Species - Nehalennia irene

Taxonomic Hierarchy for Freshwater Invertebrate Collection


1 result for "Nehalennia irene"

Nehalennia irene

Freshwater Invertebrate Collection

Common NameSedge sprite SeasonalityAdult flight time varies across the range but can emerge as early as May and has been recorded as late as September. IdentificationSedge sprites are among the smallest of all damselfly species with slender abdomens and a total length less than 3 cm (Westfall and May 1996). Generally, they are metallic green with no post-ocular spots (pale-coloured markings just behind eyes, characteristic of many damselflies) (Walker 1953). Male sedge sprites are fairly easy to recognize due to the blue colour of the terminal two and a half abdominal segments with paired dark spots on the terminal two segments (Walker 1953). Females are very similar to males but the two terminal abdominal segments are each dark with a blue band (Westfall and May 1996). Females exhibit two colour and pattern morphs, one similar to the male and one with green and yellow colouration (Lajeunesse and Forbes 2003). The sedge sprite is of similar size and colouration to some species from the forktail genus (Ischnura) but differ in that forktails have obvious postocular spots (Acorn 2004). Larvae, like the adults, are small and slender. They are green or brown and have no obvious markings (Walker 1953). Identifying characters include spots on and below the margins of the gills and a dozen small spines on each side of the head towards the back (Westfall and May 1996). They are found at the base of dense, aquatic vegetation in habitats where adults fly (Westfall and May 1996). At the genus level, sprite larvae have one prominent (sometimes a second, but never none) bristle on either side of the upper lip just above the mandibles; although this character separates them from forktails it is not particular to sprites (De Marmels 1984).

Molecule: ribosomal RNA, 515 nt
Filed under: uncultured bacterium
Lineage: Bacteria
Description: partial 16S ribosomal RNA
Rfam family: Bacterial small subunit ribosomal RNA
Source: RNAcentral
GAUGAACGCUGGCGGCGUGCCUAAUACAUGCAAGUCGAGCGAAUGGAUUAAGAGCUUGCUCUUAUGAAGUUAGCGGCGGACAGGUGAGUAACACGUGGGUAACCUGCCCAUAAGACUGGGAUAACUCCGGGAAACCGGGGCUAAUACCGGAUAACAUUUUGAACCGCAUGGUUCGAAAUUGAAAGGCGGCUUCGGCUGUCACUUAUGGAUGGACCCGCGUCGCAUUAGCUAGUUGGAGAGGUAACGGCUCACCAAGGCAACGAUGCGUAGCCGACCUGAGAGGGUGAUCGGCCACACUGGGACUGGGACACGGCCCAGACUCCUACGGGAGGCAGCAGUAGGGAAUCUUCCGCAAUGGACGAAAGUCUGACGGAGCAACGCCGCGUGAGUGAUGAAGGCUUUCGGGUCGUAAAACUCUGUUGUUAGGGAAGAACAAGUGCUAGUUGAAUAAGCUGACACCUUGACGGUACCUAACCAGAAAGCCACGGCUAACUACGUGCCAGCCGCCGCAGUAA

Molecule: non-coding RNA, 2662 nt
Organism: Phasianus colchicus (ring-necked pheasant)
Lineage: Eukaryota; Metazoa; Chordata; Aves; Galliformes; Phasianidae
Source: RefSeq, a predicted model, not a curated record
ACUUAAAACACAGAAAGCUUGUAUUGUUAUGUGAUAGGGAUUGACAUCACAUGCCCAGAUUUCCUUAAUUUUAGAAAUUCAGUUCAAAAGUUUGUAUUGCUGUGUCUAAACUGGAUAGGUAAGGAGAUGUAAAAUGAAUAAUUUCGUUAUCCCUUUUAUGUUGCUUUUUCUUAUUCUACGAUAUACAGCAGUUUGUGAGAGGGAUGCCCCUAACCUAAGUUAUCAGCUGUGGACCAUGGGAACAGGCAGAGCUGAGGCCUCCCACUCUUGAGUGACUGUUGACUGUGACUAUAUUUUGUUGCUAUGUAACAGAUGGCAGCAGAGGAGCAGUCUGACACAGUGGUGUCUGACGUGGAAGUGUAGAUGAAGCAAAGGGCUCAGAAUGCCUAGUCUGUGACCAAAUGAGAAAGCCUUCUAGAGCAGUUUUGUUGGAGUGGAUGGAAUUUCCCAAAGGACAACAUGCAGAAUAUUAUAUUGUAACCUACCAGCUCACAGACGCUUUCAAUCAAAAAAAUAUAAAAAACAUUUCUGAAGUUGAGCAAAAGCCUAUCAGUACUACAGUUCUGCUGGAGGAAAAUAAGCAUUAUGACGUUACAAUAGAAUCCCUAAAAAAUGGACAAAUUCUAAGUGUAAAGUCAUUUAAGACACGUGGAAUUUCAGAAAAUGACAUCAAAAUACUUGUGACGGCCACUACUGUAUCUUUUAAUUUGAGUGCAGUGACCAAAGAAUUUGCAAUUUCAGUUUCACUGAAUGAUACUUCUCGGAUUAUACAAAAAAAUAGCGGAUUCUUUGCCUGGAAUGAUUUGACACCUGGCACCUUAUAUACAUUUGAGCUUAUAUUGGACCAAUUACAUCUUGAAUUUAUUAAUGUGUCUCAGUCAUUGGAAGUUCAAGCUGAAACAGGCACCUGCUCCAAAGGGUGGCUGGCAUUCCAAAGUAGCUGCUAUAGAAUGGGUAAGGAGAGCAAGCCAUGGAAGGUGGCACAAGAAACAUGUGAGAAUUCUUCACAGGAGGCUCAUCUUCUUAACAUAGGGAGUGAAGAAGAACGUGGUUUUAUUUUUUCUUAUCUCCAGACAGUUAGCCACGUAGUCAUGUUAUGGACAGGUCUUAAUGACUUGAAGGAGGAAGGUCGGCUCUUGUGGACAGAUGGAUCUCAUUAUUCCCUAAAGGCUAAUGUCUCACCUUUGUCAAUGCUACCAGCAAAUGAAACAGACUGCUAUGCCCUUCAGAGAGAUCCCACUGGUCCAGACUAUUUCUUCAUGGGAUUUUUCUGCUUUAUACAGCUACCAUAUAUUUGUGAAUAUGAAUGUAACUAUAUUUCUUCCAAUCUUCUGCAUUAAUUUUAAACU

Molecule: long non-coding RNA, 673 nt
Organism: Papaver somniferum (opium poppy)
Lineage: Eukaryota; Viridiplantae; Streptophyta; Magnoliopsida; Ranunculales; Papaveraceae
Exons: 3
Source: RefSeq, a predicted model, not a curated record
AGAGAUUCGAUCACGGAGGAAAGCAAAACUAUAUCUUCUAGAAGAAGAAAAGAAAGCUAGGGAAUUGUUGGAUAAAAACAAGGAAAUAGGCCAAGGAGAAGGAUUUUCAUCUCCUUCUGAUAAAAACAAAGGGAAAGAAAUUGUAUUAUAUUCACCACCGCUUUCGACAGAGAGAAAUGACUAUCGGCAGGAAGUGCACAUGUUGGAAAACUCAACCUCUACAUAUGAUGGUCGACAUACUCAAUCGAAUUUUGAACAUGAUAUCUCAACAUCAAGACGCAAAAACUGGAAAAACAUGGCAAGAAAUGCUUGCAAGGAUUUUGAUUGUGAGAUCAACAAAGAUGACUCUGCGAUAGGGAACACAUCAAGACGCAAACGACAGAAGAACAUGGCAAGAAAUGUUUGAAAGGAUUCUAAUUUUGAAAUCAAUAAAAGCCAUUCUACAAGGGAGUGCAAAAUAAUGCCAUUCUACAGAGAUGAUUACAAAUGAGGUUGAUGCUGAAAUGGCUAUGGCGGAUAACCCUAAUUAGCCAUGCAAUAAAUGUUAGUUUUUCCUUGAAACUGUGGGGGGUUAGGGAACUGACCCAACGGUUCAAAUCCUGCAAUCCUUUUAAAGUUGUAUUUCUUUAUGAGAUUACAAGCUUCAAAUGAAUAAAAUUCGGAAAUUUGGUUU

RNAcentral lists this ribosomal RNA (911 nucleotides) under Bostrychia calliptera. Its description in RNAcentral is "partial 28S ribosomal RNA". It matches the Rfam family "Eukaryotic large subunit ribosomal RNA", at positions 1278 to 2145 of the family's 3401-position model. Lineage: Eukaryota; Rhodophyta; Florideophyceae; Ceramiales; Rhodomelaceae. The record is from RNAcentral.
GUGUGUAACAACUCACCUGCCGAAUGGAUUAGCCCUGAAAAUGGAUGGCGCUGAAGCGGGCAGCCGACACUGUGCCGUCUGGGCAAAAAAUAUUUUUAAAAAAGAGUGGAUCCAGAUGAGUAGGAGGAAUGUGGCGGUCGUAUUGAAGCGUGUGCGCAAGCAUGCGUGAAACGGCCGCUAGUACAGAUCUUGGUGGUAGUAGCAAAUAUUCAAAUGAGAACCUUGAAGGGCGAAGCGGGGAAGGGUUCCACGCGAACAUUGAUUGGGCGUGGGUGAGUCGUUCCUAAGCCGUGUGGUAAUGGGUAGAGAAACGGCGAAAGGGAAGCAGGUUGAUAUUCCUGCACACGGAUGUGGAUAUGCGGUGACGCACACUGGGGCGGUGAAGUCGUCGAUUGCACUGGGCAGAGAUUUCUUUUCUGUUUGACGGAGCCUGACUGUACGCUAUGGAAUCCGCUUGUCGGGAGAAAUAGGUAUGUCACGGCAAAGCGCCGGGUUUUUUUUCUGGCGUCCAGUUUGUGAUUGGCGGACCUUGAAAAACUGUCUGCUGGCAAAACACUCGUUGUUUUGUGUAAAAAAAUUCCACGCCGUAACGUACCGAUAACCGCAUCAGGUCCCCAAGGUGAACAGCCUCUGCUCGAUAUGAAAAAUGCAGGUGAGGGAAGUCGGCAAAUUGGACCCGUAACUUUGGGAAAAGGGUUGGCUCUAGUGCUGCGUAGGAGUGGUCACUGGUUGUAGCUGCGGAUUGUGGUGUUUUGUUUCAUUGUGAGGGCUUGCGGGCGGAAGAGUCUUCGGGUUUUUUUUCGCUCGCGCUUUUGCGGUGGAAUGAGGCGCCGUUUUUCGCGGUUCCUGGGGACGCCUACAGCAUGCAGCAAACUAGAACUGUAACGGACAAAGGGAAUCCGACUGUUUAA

Taxonomic Hierarchy for Freshwater Invertebrate Collection